- Oral presentation
- Open Access
Reduction in the incidence of diabetes lower extremity amputations in Queensland: 2005-2010
© Lazzarini et al; licensee BioMed Central Ltd. 2013
Published: 31 May 2013
Lower extremity amputation is a common end stage complication among people with diabetes. Since 2006, the Queensland Diabetes Clinical Network has implemented programs aimed at reducing diabetes-related amputations. The aim of this retrospective observational study was to determine the incidence of diabetes lower extremity amputations in Queensland from 2005 to 2010.
Data on all Queensland diabetes-related lower extremity amputation admissions from 2005-2010 was obtained using diabetes amputation-related ICD-10-AM (hospital discharge) codes. Queensland diabetes amputation incidences were calculated for both general and diabetes populations using population data from the Australian Bureau of Statistics and National Diabetes Services Scheme respectively. Chi-squared tests were used to assess changes in amputation incidence over time.
Overall, 4,443 admissions for diabetes-related amputation occurred; 32% (1,434) were major amputations. The diabetes-related amputation incidence among the general population (per 100,000) reduced by 18% (18.2 in 2005, to 15.0 in 2010, p < 0.001); major amputations decreased by 24% (6.6 to 4.7, p < 0.01). The incidence among the diabetes population (per 1,000) reduced by 40% (6.7 in 2005, to 4.0 in 2010, p < 0.001); major amputations decreased by 45% (2.3 to 1.2, p < 0.001).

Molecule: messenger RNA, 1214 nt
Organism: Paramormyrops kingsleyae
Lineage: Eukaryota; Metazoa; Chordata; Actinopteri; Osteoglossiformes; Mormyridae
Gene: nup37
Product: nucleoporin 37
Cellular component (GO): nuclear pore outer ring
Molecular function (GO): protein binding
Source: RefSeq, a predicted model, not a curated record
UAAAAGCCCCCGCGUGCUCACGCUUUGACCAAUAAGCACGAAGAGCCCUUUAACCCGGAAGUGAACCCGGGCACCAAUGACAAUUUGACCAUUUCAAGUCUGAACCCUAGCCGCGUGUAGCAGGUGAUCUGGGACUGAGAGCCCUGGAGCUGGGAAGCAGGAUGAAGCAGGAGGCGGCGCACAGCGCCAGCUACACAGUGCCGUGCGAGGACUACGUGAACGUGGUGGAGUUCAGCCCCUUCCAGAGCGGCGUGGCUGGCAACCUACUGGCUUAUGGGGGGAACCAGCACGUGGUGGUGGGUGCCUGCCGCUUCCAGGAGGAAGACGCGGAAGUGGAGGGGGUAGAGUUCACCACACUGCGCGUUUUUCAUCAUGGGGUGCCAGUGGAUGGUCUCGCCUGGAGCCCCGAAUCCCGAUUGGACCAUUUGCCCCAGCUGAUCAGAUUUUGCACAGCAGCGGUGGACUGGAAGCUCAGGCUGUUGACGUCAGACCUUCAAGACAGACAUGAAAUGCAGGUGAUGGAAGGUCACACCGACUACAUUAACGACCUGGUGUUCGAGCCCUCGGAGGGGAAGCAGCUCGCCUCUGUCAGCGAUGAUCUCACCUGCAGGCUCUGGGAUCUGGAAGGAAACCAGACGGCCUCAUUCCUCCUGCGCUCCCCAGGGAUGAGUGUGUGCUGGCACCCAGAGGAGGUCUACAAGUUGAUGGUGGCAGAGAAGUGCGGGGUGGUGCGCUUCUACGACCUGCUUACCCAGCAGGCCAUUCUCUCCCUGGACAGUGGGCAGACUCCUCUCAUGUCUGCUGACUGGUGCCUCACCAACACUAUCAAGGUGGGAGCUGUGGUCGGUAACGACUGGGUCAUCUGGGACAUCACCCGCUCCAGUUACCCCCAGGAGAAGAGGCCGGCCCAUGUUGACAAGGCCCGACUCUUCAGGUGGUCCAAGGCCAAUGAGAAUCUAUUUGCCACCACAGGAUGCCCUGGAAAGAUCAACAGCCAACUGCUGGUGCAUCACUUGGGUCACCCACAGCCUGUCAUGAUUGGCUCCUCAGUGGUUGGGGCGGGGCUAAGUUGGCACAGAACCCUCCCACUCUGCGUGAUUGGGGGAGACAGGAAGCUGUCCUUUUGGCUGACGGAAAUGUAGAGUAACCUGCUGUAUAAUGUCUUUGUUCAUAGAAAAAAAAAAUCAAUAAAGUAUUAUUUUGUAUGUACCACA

This paper appears to be the first to report a significant reduction in diabetes amputation incidence in an Australian state. This decrease has coincided with the implementation of several diabetes foot clinical programs throughout Queensland. Whilst these results are encouraging in the Australian context, further efforts are required to decrease to levels reported internationally.
This article is published under license to BioMed Central Ltd. This is an Open Access article distributed under the terms of the Creative Commons Attribution License (http://creativecommons.org/licenses/by/2.0), which permits unrestricted use, distribution, and reproduction in any medium, provided the original work is properly cited.